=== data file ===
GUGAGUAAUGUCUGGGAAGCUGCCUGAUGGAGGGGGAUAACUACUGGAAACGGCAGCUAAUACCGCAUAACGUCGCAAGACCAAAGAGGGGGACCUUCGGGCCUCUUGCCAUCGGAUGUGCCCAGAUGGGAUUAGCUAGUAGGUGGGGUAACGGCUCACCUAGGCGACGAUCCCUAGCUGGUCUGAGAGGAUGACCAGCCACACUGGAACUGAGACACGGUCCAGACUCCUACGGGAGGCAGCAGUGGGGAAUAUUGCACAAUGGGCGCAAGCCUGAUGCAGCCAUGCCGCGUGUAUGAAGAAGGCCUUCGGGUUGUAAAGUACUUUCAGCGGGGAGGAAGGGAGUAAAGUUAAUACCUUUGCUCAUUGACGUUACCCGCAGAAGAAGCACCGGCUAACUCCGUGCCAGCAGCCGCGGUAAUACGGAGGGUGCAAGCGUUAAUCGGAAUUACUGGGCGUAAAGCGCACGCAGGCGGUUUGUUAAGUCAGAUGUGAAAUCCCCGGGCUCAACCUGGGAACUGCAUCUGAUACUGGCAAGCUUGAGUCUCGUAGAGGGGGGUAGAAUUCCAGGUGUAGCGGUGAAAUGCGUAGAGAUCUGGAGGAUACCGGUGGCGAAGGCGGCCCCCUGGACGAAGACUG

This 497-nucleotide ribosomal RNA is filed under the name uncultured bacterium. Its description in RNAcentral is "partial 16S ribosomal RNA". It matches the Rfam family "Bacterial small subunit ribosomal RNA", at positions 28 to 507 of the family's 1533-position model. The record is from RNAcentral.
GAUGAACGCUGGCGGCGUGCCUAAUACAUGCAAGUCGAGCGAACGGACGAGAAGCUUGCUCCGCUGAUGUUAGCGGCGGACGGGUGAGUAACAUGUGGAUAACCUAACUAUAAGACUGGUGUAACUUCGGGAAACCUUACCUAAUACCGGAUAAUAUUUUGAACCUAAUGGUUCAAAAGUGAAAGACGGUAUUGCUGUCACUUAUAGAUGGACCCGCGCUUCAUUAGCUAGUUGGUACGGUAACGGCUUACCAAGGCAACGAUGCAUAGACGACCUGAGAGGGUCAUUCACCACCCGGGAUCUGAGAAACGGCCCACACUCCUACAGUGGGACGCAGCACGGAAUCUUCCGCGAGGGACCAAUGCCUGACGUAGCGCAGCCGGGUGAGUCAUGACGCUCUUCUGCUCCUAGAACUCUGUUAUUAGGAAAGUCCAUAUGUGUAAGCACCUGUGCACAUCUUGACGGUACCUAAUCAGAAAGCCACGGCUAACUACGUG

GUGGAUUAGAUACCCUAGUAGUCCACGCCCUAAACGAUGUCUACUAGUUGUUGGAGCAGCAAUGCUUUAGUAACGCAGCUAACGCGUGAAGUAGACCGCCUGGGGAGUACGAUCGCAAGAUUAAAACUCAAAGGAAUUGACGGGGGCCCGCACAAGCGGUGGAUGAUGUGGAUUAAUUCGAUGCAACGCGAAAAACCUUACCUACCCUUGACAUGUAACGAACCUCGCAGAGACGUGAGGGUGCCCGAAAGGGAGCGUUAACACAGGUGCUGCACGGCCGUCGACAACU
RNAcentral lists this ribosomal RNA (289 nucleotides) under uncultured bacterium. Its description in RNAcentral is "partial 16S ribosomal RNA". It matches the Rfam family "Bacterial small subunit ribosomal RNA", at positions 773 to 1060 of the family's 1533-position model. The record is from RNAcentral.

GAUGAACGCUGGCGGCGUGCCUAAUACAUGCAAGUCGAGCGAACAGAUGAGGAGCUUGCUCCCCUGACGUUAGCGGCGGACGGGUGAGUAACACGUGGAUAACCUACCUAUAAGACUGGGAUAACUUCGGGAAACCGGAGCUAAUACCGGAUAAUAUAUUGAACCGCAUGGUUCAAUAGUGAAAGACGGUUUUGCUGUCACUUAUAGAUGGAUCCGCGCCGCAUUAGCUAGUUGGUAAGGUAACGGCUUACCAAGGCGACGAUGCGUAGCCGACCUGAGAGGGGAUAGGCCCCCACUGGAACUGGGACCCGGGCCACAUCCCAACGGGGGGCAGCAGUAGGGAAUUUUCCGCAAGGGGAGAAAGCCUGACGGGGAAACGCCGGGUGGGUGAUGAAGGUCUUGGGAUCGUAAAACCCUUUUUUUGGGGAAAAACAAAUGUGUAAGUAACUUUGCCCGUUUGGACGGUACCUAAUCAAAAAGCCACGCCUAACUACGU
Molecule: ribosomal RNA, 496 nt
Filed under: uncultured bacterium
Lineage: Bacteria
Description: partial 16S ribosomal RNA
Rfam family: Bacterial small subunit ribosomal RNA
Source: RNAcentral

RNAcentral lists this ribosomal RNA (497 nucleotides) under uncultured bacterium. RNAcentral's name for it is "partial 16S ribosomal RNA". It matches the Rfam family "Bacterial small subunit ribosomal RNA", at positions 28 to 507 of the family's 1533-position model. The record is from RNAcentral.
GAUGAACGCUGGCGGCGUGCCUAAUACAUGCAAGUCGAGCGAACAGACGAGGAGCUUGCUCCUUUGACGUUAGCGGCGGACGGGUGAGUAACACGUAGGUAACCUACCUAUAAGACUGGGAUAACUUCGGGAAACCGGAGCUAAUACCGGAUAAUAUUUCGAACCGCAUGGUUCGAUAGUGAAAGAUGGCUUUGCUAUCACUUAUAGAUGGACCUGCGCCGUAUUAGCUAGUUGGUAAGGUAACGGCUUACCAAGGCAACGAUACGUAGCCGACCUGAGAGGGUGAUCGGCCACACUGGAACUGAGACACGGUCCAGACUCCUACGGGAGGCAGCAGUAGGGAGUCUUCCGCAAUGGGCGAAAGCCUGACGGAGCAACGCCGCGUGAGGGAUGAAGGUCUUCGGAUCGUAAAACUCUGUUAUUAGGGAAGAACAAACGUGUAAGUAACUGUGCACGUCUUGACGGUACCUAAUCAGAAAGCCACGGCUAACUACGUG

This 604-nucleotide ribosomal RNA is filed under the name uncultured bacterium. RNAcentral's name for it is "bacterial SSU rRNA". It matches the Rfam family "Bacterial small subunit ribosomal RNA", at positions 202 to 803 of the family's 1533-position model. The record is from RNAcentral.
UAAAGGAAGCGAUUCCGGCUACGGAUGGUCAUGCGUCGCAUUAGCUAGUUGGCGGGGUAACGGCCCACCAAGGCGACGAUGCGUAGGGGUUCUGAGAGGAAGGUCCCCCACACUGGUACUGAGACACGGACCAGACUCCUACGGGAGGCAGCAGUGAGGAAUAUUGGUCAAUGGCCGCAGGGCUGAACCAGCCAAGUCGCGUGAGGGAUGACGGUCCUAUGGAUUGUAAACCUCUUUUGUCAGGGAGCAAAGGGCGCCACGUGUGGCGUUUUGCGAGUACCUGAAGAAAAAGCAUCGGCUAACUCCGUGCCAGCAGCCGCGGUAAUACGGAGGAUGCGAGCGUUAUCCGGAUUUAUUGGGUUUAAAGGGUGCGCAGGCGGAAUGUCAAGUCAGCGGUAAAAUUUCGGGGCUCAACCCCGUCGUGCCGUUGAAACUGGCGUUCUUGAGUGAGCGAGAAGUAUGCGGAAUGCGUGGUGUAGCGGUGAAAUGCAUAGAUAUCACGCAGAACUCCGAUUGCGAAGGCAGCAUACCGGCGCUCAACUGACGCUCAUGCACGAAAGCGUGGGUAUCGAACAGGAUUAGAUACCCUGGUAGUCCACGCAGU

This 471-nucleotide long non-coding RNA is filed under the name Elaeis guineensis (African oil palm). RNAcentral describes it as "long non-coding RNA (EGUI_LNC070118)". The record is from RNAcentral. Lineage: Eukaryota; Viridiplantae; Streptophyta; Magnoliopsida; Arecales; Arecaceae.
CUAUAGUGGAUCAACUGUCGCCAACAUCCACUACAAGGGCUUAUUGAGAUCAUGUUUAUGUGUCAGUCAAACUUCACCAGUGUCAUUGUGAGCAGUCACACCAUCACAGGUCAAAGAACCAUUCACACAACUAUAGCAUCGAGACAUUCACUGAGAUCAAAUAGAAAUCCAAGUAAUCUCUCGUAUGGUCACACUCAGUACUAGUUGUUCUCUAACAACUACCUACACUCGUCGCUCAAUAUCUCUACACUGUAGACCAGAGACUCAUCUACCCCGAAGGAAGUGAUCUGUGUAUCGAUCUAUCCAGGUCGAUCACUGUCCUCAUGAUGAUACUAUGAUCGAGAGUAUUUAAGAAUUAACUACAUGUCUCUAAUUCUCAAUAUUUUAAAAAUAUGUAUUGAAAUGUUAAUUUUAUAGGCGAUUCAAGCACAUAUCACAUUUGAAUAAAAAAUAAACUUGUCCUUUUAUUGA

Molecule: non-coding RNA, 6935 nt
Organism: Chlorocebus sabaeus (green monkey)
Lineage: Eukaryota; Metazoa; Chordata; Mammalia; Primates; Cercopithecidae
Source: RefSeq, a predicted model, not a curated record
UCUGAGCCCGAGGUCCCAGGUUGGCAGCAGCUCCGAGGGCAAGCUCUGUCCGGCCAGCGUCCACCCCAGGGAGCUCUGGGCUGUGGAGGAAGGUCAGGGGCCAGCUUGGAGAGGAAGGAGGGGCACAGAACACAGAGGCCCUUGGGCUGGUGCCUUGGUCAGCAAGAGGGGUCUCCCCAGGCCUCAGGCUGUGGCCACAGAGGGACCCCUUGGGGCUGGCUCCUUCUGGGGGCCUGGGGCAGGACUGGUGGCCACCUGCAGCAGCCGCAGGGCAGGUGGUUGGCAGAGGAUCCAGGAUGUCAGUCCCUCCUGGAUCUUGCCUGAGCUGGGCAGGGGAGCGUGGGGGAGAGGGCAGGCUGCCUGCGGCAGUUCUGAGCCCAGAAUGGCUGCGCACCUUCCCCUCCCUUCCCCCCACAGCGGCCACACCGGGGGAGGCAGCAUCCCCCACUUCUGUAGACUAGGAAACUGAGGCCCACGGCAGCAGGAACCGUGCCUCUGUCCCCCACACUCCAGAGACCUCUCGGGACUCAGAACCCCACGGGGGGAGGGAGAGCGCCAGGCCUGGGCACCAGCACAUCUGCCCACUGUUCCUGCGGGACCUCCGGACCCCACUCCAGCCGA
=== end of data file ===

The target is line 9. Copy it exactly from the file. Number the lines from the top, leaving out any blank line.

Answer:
Lineage: Bacteria